• Baby Jane had been a surprise hit, and so the studio wanted nothing more than to get the two aging divas together again. Henry Farrell, whose novel had been the basis for that film, had an unpublished story perfectly titled "Whatever Happened to Cousin Charlotte?", with a similar plot where one woman manipulates an unsuspecting female relative for personal gain. It was agreed that this time around Joan Crawford would play the villainous Miriam, attempting to manipulate her titular cousin (Bette Davis) out of the estate she had just inherited. Robert Aldrich agreed to direct the sequel, and the script was duly written.
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    • However, between the films came that year's Academy Awards. Davis was nominated for Best Actress for her Baby Jane turn, while Crawford was not. Resentful about this, she went to all the other actresses nominated and offered to accept the award on their behalf in the event they could not attend the ceremony in person, something Davis did not hold against her as it was simply courteous (and of course also because Davis was pretty sure she would win her third Oscar for the part). On the night of the ceremony, as luck would have it, Anne Bancroft was on Broadway and couldn't accept her award for The Miracle Worker, leaving Crawford to go to the stage, and later pose holding the statuette with all the other acting winners as if she had won, while Davis seethed in the audience.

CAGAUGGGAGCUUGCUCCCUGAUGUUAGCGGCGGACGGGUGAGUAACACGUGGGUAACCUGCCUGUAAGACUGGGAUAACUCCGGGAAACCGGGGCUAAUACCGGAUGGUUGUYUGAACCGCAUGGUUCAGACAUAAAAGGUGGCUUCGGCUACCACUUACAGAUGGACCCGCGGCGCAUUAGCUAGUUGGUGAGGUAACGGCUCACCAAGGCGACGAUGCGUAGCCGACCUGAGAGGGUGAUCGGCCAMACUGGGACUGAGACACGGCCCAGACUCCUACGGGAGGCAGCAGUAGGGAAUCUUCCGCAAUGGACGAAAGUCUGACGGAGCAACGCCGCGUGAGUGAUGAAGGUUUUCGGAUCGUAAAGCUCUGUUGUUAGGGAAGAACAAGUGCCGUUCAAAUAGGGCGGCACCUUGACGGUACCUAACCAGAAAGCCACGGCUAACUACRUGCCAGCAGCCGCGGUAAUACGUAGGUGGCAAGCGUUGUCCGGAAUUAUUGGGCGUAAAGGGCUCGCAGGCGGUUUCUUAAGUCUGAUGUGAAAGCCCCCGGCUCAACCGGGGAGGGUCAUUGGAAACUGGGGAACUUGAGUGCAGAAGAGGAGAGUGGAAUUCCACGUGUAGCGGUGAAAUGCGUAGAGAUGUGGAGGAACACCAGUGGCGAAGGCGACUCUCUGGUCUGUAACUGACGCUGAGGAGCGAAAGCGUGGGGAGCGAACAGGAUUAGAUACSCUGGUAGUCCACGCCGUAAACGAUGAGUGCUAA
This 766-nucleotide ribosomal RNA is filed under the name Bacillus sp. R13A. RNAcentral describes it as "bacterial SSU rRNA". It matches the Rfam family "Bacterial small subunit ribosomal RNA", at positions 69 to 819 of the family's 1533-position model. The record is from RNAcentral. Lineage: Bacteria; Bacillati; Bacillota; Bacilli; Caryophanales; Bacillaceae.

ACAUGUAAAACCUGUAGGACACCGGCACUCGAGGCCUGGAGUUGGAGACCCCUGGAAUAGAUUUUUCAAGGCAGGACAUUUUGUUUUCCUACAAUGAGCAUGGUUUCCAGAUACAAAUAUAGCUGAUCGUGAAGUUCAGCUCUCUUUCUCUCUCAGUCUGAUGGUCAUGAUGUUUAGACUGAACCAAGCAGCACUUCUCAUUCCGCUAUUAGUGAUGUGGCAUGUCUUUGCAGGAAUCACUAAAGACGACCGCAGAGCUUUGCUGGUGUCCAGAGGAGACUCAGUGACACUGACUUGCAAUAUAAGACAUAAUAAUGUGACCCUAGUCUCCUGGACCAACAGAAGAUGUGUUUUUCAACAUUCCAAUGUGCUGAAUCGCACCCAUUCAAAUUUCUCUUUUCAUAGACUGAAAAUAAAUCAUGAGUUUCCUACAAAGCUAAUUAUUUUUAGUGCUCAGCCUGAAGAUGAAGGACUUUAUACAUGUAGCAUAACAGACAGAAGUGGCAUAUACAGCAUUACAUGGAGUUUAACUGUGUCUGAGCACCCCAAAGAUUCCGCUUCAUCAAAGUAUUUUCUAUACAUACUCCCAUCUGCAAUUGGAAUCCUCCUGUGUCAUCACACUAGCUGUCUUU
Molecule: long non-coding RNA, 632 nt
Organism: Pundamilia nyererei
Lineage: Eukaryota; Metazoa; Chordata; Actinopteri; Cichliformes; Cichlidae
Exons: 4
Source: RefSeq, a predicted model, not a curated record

• Davis believed that Crawford had somehow manipulated the Oscar vote so that she could upstage her costar and longtime rival one more time. She insisted that if she were to do Cousin Charlotte, she would have to be a producing partner. In an Ironic Echo of the question Crawford had asked Aldrich before taking the Baby Jane part, Davis asked Aldrich if he was sleeping with Crawford.
    • Crawford, who years later admitted her drinking had "crossed a line" during Baby Jane, proved to be very difficult on set - turning up with about twenty suitcases for one week's worth of location shooting in Baton Rouge, and forcing the wardrobe mistress to have to iron many chiffon dresses in the 100-degree weather. Crawford also refused to work longer hours, and eventually stopped speaking to Aldrich at all - forcing him to communicate through her make-up artist. Not helping matters was Davis throwing a few barbs at her during filming, and Davis basically forcing all the crew, some of whom had worked on pictures with both her and Crawford in the past, to declare which side they were on. Given Crawford's behavior, many who had originally sided with her began supporting Davis.